China’s Planners Succeed, but What About China?

Trustee Chair in Chinese Business and Economics  >  Trustee China Hand
By Scott Kennedy  

China is in the midst of drafting its 14th Five-Year Plan (2021-2025). The Chinese Communist Party (CCP) adopted the general Proposal at its 5th plenum in late October, and the full plan will be adopted in March at the next annual session of the National People’s Congress (NPC). But before getting overly focused on the future, let’s reflect on the recent past. We are just over one month away from the end of the period covered by the 13th Five-Year Plan (2016-2020), and so it is an excellent time to take stock of what has occurred.

As we wrote in a 2016 CSIS report, Perfecting China, Inc., the 13th Five-Year Plan (5YP) was the first adopted on Xi Jinping’s watch. There was a question of whether it would reflect the more liberal philosophy of the 3rd plenum held in 2013, which emphasized the market as the primary determinant of the allocation of resources, or if it would be more in line with the “Made in China 2025” strategy adopted in 2015. It turned out to be definitively more consistent with the latter. Xi set about trying to restructure the economy but not the role of the party-state, which is as interventionist as ever.

Although advocates of free markets are rightly disappointed about China’s direction, it’s still useful to assess the country’s economic performance in light of the goals it set out in 2016. The Trustee Chair will provide a more comprehensive assessment when the full 14th FYP is unveiled in the spring, but we can begin by evaluating their record in relation to their own targets. And if you do so, at least on paper, their performance looks impressive.

13th Five-Year Plan (2016-2020): Targets and Results

* [Brackets] indicate numbers are cumulative over the five-year period.
** By 2017
^ By 2018
^^ From January to September 2020

The 13th 5YP has 33 top-line quantitative targets, up from 23 in the 11th 5YP (2006-2010) and 28 in the 12th 5YP (2011-2015). The growth in numbers is almost exclusively due to the increase in targets related to the environment, with 8 in the 11th 5YP, 12 in the 12th 5YP, and 16 in the 13th 5YP. (For more on China’s five-year plans, see our microsite.)
In the 1980s and 1990s, the results were a mixed bag, with a number of metrics not being met. Since the 11th 5YP, there’s been a clear uptick in compliance. 20 of 23 metrics were achieved in the 11th 5YP, and all 28 were met in the 12th 5YP. That may partly be a product of setting more achievable targets and making sure the official numbers “add up,” but there are also strong bureaucratic incentives to reach the targets. So we should not chalk this all up to fakery.
The story with the 13th 5YP is similar. Based on the data we were able to find – authorities have not published a full update – it appears that China has a lot to crow about. It has already met 24 of 33 targets a year early and is on track to meet 7 others. China has met or is expected to meet all of the targets for social welfare and the environment and resources.
At the same time, it is worth discussing how these targets were chosen and their quantitative levels set, as well as why other targets were not selected. If I had to zero in on the most controversial, it would be the “science & technology progress contribution rate.” This data point measures the gross contribution of high-tech activity to the economy, but it is not as valuable a metric as total factor productivity (TFP), which authorities intentionally left out because they were less certain the target could be met. Independent studies show that China is struggling mightily to raise productivity.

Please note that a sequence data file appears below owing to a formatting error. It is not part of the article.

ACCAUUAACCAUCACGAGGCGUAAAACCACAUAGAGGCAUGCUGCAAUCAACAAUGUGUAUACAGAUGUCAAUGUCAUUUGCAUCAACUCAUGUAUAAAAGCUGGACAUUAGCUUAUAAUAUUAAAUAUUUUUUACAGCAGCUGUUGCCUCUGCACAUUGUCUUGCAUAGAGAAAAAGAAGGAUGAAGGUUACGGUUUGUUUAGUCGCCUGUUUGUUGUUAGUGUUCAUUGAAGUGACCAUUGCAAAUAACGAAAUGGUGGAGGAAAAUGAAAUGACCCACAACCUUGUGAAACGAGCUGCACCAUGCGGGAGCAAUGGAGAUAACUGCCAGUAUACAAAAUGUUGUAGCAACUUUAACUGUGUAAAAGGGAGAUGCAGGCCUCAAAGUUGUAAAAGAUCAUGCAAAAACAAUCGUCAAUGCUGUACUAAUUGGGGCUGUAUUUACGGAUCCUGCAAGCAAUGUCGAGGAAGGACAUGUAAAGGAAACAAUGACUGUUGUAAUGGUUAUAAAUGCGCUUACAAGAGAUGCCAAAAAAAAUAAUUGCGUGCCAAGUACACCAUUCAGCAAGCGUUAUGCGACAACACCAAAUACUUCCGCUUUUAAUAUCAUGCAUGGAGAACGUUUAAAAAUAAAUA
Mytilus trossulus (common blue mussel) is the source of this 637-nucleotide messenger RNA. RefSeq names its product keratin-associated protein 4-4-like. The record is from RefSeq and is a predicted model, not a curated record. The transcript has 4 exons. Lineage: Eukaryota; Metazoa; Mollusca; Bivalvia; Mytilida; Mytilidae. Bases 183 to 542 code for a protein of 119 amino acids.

Relatedly, the two targets China is unlikely to meet in the 13th 5YP are potentially quite revealing about the difficulties of guiding the economy through major transitions. Services as a share of the economy has not grown as fast as planned, which implies that household consumption also has not risen as fast as hoped. A key goal of this plan was to make growth less dependent on investment and more reliant on consumption. That has not occurred, and the pandemic (which the data here do not include) likely makes that transition more difficult. In addition, R&D spending is high for a country of China’s per capita income, but as a share GDP, it has not risen as fast as planned. Such resources, wisely allocated, is central to another needed transition, shifting economic activity from low-value added to high-value added segments of the supply chain.
In short, although achieving so many individual targets is admirable, the challenges with services and R&D raise questions about whether China is on a path to escape the middle-income trap. More generally, China’s performance record with respect to their official targets should be the start of the conversation, not the end.
Scott Kennedy is Senior Adviser and Trustee Chair in Chinese Business & Economics at the Center for Strategic & International Studies.

Related Trustee Chair Activity

Report: Scott Kennedy and Christopher K. Johnson, Perfecting China, Inc., May 2016.
Microsite: Perfecting China, Inc.
Event: “Perfecting China, Inc.: The 13th Five-Year Plan,” May 23, 2016.
Critical Questions:  Jude Blanchette and Scott Kennedy, “China’s Fifth Plenum: Reading the Initial Tea Leaves,” October 30, 2020.
Event: “Doubling Down on China, Inc.: An Initial Analysis of China’s 14th Five-Year Plan,” November 12, 2020.


Scott Kennedy
Senior Adviser and Trustee Chair in Chinese Business and Economics